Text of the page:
United States District Court, M.D. Louisiana
February 9, 2015
RICHARD PETERS, LEM PRODUCTS DISTRIBUTION, LLC. AND TRAVELERS CASUALTY AND SURETY COMPANY
RULING ON MOTION TO DISMISS OR ALTERNATIVELY FOR A MORE DEFINITE STATEMENT
JAMES J. BRADY, District Judge.
This case is before the Court on a Motion to Dismiss and Alternatively Motion for More Definite Statement (Doc. 8) brought by defendants LEM Products Distribution, LLC. (LEM) and Travelers Casualty and Surety Company (Travelers). Plaintiff Cristopher Saienni (Saienni) filed an opposition (Doc. 11) to which both defendants replied (Doc. 12). Oral argument is unnecessary.
Saienni purchased a food dehydrator from LEM in 2012. (Doc. 9 at 1). On February 1, 2014, Saienni, after using the dehydrator, left his home; when he returned, his home was on fire. Id . In August of 2014, Saienni sued LEM and the other defendants, alleging that the dehydrator caused the fire and requested damages and attorneys' fees.
Standard of Review
Under Rule 12(b)(6), "[t]o survive a motion to dismiss, a complaint must contain sufficient factual matter, accepted as true, to state a claim for relief that is plausible on its face." Ashcroft v. Iqbal, 556 U.S. 662, 678 (2009) (quoting Bell Atlantic Corp. v. Twombly, 550 U.S. 544, 570 (2007)). The Court, "[i]n reviewing a Rule 12(b)(6) motion... must accept all well-pleaded facts in the complaint as true and view them in the light most favorable to the plaintiff." Davis v. Bellsouth Telecomm., 2012 WL 2064699, at *1 (M.D. La. June 7, 2012) (citing Baker v. Putnal, 75 F.3d 190, 196 (5th Cir. 1996)). Still, the plaintiff must assert facts sufficient to demonstrate that he may plausibly be entitled to relief. Ashcroft, 556 U.S. at 678. Significantly, "threadbare recitals of the elements of a cause of action, supported by mere conclusory statements, do not suffice." Id .
Federal Rule of Civil Procedure 12(e) allows a party to "move for a more definite statement of a pleading... which is so vague or ambiguous that the party cannot reasonably prepare a respionse."
In Louisiana, the Louisiana Products Liability Act (LPLA) is the exclusive avenue for recovery of damages that a manufacturer's product causes. La. Rev. Stat. Ann. § 9:2800.52. (West 2014). The LPLA has four elements: first, the defendant must have manufactured the product; second, the plaintiff must show that a characteristic of the product was the proximate cause of the damage/injury; third, the plaintiff must show that the product was unreasonably dangerous; and fourth, the plaintiff must show that the injury/damage stemmed from a "reasonably anticipated use" of the product. Id . § 9:2800.54. There are four situations-listed in the statute-in which a product may be unreasonably dangerous: defects in "construction or composition" due to a material deviation from specifications or performance standards, defects in the design of the product, failure to adequately warn consumers of a danger, and failure to meet an express warranty. The LPLA does not provide for attorneys' feesFebruary 9, 2015.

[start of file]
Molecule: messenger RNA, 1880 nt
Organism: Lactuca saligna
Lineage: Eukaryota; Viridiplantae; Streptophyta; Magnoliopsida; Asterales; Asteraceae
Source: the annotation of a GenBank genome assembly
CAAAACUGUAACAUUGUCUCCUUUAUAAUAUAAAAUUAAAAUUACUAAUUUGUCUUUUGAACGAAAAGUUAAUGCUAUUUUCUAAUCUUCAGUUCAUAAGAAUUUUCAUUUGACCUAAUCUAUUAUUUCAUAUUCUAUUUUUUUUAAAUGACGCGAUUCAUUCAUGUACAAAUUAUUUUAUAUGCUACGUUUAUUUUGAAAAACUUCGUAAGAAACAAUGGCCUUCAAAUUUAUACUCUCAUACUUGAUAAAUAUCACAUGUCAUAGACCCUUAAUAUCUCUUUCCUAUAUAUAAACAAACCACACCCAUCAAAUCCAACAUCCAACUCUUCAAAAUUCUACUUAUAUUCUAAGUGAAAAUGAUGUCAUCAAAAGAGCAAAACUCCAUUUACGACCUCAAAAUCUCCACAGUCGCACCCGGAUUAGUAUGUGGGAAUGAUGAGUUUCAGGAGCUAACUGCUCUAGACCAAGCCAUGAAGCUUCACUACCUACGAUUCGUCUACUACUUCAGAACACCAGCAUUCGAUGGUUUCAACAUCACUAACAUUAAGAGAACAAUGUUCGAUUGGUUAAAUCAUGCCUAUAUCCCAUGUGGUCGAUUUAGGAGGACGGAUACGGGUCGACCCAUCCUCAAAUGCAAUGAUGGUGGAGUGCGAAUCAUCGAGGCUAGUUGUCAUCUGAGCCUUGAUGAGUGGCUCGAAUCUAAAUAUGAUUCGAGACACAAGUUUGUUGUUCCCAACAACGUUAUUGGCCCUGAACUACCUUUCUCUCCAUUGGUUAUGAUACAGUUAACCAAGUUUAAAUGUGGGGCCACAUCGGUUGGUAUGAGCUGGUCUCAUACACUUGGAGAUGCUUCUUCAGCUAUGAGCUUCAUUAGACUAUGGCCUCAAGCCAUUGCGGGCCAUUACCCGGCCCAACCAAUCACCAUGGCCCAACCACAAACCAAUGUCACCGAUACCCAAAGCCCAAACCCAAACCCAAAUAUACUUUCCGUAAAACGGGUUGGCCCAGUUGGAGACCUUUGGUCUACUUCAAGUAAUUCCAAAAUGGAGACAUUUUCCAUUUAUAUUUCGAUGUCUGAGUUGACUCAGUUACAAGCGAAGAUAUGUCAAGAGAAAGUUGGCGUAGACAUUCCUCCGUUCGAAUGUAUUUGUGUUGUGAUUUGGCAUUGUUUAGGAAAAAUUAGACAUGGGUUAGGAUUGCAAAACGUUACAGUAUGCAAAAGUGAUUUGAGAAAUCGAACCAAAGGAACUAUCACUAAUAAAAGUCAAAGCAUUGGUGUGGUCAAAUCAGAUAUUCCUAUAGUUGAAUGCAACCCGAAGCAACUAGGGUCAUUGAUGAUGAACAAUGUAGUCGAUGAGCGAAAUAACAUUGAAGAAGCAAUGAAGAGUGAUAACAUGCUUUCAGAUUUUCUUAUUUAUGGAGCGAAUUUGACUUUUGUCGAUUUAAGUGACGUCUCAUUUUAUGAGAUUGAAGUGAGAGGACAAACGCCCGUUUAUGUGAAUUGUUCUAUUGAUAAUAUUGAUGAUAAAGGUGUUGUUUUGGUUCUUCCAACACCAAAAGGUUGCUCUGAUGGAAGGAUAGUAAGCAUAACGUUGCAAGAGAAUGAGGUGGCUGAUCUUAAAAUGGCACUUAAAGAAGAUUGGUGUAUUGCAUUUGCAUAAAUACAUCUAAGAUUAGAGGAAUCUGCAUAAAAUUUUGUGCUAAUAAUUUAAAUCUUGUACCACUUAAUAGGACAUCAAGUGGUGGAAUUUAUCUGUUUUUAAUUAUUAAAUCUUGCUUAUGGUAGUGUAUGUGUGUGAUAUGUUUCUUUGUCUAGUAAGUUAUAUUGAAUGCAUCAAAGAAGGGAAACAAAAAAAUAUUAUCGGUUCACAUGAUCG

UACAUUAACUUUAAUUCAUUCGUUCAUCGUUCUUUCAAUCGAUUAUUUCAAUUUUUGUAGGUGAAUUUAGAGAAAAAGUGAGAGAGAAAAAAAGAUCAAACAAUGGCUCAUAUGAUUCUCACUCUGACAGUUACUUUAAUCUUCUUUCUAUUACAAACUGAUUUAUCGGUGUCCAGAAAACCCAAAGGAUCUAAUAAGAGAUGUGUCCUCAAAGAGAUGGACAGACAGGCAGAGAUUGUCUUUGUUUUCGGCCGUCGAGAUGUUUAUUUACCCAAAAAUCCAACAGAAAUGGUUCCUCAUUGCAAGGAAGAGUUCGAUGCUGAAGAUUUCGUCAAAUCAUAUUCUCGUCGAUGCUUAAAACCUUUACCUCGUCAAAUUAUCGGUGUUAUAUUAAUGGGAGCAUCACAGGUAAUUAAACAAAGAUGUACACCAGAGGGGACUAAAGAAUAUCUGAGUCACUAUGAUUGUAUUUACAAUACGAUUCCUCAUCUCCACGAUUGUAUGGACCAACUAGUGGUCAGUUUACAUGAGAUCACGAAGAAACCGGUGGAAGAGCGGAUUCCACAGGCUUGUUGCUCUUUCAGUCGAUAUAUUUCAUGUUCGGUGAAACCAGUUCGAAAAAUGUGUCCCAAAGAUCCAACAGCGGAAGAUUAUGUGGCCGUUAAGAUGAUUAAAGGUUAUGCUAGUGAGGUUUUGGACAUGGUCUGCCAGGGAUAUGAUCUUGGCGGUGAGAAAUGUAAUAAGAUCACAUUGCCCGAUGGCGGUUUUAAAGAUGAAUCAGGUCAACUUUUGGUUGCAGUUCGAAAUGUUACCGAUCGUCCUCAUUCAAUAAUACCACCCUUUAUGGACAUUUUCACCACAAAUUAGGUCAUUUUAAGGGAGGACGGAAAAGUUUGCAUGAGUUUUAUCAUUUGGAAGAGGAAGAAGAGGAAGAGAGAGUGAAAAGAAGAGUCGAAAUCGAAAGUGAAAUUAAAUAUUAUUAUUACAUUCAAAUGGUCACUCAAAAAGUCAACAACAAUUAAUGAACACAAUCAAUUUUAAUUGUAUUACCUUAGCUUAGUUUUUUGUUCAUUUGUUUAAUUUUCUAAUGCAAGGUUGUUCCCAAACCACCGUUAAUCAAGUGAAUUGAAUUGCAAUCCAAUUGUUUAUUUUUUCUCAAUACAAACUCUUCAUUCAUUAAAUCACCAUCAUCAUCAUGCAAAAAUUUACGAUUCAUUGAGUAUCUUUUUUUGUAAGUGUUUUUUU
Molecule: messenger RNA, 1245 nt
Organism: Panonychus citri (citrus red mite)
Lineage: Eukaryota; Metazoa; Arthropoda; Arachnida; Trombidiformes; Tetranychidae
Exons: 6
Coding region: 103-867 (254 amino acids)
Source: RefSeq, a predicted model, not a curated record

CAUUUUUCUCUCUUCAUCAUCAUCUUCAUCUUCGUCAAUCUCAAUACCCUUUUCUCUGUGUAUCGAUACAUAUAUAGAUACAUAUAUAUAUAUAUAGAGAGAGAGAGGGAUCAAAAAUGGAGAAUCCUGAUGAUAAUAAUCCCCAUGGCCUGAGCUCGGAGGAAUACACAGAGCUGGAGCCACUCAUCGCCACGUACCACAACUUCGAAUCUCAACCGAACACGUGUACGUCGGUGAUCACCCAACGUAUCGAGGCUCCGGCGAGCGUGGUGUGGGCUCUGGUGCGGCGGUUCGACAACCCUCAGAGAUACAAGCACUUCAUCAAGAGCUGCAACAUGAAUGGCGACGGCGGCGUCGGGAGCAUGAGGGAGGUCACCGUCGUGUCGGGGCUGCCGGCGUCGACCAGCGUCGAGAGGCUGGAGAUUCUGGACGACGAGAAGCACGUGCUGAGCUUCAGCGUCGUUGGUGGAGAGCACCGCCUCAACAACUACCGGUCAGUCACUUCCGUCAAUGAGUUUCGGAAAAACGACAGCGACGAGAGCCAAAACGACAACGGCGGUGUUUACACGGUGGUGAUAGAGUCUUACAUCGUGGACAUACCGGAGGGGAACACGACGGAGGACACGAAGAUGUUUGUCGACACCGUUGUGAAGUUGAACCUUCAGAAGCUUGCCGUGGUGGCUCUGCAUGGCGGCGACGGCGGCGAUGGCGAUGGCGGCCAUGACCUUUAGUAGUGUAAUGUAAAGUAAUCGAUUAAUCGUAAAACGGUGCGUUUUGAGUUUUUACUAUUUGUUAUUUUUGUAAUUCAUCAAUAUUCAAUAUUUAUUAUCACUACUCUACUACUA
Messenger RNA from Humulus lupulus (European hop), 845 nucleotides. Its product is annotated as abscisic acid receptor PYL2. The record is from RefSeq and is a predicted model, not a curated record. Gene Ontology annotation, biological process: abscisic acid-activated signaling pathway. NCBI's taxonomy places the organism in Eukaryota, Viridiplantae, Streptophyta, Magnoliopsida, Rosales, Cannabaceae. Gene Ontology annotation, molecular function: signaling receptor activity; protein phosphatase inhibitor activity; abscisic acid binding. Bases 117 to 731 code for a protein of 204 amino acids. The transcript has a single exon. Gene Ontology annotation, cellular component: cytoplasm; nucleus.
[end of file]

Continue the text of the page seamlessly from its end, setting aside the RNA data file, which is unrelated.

The law of redhibition provides for the buyer of a product a remedy against the seller when "a defect... renders the thing useless... or its use so inconvenient that it must be presumed that a buyer would not have bought the thing if he had known of the defect." La. Civ. Code Ann. art. 2520 (West 2014). A defect must be hidden and exist at the time of delivery to be redhibitory. Id . at arts. 2521, 2525. If a plaintiff is successful in seeking redhibition and proving that the seller knew of the defect, they may recover attorneys' fees. Id . at art. 2545.
In his complaint, Mr. Saienni fails to allege any facts regarding two elements of his LPLA claim. First, he fails to allege specific facts as to how the product may be defective; he does not address any of the four theories. Second, he merely refers to the kitchen as the origin of the fire and calls it the but-for and proximate cause of the fire. These are mere conclusory statements and insufficient to demonstrate that he is entitled to relief. Mr. Saienni has also not alleged any basis for claiming attorneys' fees, and though he refers to redhibition in his opposition, he has also failed to allege any specific facts relating to the elements of a redhibition claim in his complaint. As it is still early in the proceedings, and it appears that the plaintiff may be able to amend and allege facts to support his claim, the Court will give Mr. Saienni the opportunity to amend his complaint to allege sufficient facts to demonstrate that he is entitled to relief.
For the foregoing reasons, the defendants' Motion to Dismiss or Alternatively Motion for a More Definite Statement (Doc. 8) is DENIED without prejudice. Plaintiff may file an amended complaint within 21 days.